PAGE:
What needs to happen for BRT to become a reality in Pittsburgh?
Because BRT has the potential to truly transform and revitalize Pittsburgh’s neighborhoods, we want to proceed carefully and with the buy-in of all Pittsburghers, particularly those that will be most affected by its implementation. A process like this one has many variables, but below you’ll find the basic steps to make BRT a reality:
Step 2: Study the Neighborhoods and Develop Preliminary Plans
The Stakeholders have contracted with Parsons Brinckerhoff (PB) to complete an analysis of the best alternatives to bring BRT to the corridor. Along with this analysis, called the Alternatives Analysis (AA), PB is also conducting an Environmental Assessment (EA) to determine what impact BRT might have on every neighborhood.
Both will be complete by Fall 2012.
Step 3: Choose the Best Plan
PB will take the results of the AA and EA and provide a report for the public to review in the Winter of 2012. As part of the process, the public can help shape the decision by weighing in on the proposed alternative plans.
Using all of the public input, the results of the EA and AA, and with guidance from all of the Stakeholders in the process, the Port Authority and PB will select the best plan to propose to the federal government. This plan, called the Locally Preferred Alternative (LPA), will be submitted to the Federal Transit Administration (FTA) in Spring of 2013.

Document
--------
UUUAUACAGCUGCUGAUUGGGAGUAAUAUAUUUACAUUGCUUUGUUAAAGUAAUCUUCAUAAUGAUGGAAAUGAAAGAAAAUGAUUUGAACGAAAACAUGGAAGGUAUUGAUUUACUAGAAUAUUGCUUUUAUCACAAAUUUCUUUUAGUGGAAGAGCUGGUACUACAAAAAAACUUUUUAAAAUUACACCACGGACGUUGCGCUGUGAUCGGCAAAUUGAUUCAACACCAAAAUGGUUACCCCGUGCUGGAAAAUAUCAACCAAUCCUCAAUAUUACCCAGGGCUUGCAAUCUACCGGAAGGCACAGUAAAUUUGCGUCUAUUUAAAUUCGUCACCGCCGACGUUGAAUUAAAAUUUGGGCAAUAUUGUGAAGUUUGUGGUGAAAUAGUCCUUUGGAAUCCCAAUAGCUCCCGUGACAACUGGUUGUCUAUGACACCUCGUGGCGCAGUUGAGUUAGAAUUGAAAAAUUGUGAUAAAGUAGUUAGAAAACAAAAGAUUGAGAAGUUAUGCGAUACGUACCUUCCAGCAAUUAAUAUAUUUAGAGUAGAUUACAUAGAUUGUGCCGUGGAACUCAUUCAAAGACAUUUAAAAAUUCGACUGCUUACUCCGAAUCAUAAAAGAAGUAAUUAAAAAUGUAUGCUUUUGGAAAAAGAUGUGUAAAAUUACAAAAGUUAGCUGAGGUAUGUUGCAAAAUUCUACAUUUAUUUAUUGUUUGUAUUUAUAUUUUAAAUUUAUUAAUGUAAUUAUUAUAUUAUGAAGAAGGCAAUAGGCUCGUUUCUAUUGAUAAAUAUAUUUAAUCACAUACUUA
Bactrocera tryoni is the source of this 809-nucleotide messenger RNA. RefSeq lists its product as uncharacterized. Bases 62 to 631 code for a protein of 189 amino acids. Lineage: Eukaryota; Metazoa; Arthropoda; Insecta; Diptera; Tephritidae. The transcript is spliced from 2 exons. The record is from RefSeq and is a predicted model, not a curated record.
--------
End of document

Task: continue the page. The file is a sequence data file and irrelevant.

Step 4: Get Funding
The Federal Transit Administration (FTA) will determine if this project should be funded through the Small Starts Program, which funds projects with less than $250 million total costs with Federal contributions under $75 million. At the same time, the Port Authority can request advanced approval to perform Preliminary Engineering to get one step closer to a final design. At this time, additional funding sources will be secured with a combination of federal, state, local, private and institutional sources.
If the project meets all FTA requirements and all funding has been secured, the FTA will prepare a Full Funding Grant Agreement which specifies the project will be built with federal funds.
Construction begins, including the installation of new stops and stations, modification of traffic signals, development of new communications systems and purchase of new vehicles. Depending on the scope of the final design, this would likely take one to three years.
Note: The Background & Milestones document provides a more in-depth overview of the process.